(b) If the court determines that the agreed disposition recommendation is inappropriate in a particular case, the court shall so advise the parties and allow the defendant an opportunity to withdraw the plea. [1973 c.836 §168; 2001 c.635 §11; 2009 c.356 §1]

 

      135.395 Determining accuracy of plea. After accepting a plea of guilty or no contest, the court shall not enter a judgment without making such inquiry as may satisfy the court that there is a factual basis for the plea. [1973 c.836 §169]

 

(Plea Discussions and Agreements)

 

      135.405 Plea discussions and plea agreements. (1) In cases in which it appears that the interest of the public in the effective administration of criminal justice would thereby be served, and in accordance with the criteria set forth in ORS 135.415, the district attorney may engage in plea discussions for the purpose of reaching a plea agreement.

      (2) The district attorney shall engage in plea discussions or reach a plea agreement with the defendant only through defense counsel, except when, as a matter of record, the defendant has effectively waived the right of the defendant to counsel or, if the defendant is not eligible for appointed counsel, has not retained counsel.

      (3) The district attorney in reaching a plea agreement may agree to, but is not limited to, one or more of the following, as required by the circumstances of the individual case:

      (a) To make or not to oppose favorable recommendations as to the sentence which should be imposed if the defendant enters a plea of guilty or no contest to the offense charged;

      (b) To seek or not to oppose dismissal of the offense charged if the defendant enters a plea of guilty or no contest to another offense reasonably related to the defendant’s conduct; or

      (c) To seek or not to oppose dismissal of other charges or to refrain from bringing potential charges if the defendant enters a plea of guilty or no contest to the offense charged.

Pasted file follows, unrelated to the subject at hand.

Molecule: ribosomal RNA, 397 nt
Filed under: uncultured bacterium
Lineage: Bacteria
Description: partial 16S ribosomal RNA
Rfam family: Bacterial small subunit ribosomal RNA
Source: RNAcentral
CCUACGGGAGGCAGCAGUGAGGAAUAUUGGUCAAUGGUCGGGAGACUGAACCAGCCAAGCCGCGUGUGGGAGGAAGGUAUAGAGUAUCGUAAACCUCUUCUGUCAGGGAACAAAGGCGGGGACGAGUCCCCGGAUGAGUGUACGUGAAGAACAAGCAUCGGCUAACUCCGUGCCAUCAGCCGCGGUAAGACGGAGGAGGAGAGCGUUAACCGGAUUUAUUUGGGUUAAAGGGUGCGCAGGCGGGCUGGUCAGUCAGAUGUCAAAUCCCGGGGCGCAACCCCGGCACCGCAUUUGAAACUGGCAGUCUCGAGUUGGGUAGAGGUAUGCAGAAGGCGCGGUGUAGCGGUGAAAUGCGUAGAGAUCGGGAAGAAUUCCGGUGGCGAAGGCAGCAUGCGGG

(4) Similarly situated defendants should be afforded equal plea agreement opportunities.

      (5) The district attorney may not condition a plea offer on a requirement that the defendant waive:

      (a) The disclosure obligation of ORS 135.815 (1)(g); or

      (b) The ability to receive the audio recording of grand jury proceedings as permitted under ORS 132.270, if the indictment has been indorsed “a true bill.”

      (6)(a) A district attorney may provide a plea offer and agreed disposition recommendation to the defendant at the time of arraignment or first appearance of the defendant for a crime in open court under an early disposition program established under ORS 135.941.

      (b) Unless extended by the court, a plea offer and agreed disposition recommendation made under paragraph (a) of this subsection expire upon completion of the arraignment. Except for good cause, a court may not extend a plea offer and agreed disposition recommendation under this paragraph for more than seven days for a misdemeanor or 21 days for a felony. [1973 c.836 §170; 2001 c.635 §10; 2001 c.962 §79; 2013 c.525 §2; 2017 c.650 §8]

 

      Note: The amendments to 135.405 by section 8, chapter 650, Oregon Laws 2017, become operative March 1, 2018. See section 18, chapter 650, Oregon Laws 2017. The text that is operative until March 1, 2018, is set forth for the user’s convenience.

      135.405. (1) In cases in which it appears that the interest of the public in the effective administration of criminal justice would thereby be served, and in accordance with the criteria set forth in ORS 135.415, the district attorney may engage in plea discussions for the purpose of reaching a plea agreement.

      (2) The district attorney shall engage in plea discussions or reach a plea agreement with the defendant only through defense counsel, except when, as a matter of record, the defendant has effectively waived the right of the defendant to counsel or, if the defendant is not eligible for appointed counsel, has not retained counsel.

      (3) The district attorney in reaching a plea agreement may agree to, but is not limited to, one or more of the following, as required by the circumstances of the individual case:

      (a) To make or not to oppose favorable recommendations as to the sentence which should be imposed if the defendant enters a plea of guilty or no contest to the offense charged;

      (b) To seek or not to oppose dismissal of the offense charged if the defendant enters a plea of guilty or no contest to another offense reasonably related to the defendant’s conduct; or

      (c) To seek or not to oppose dismissal of other charges or to refrain from bringing potential charges if the defendant enters a plea of guilty or no contest to the offense charged.

      (4) Similarly situated defendants should be afforded equal plea agreement opportunities.

      (5) The district attorney may not condition a plea offer on a requirement that the defendant waive the disclosure obligation of ORS 135.815 (1)(g).

      (6)(a) A district attorney may provide a plea offer and agreed disposition recommendation to the defendant at the time of arraignment or first appearance of the defendant for a crime in open court under an early disposition program established under ORS 135.941.

      (b) Unless extended by the court, a plea offer and agreed disposition recommendation made under paragraph (a) of this subsection expire upon completion of the arraignment. Except for good cause, a court may not extend a plea offer and agreed disposition recommendation under this paragraph for more than seven days for a misdemeanor or 21 days for a felony.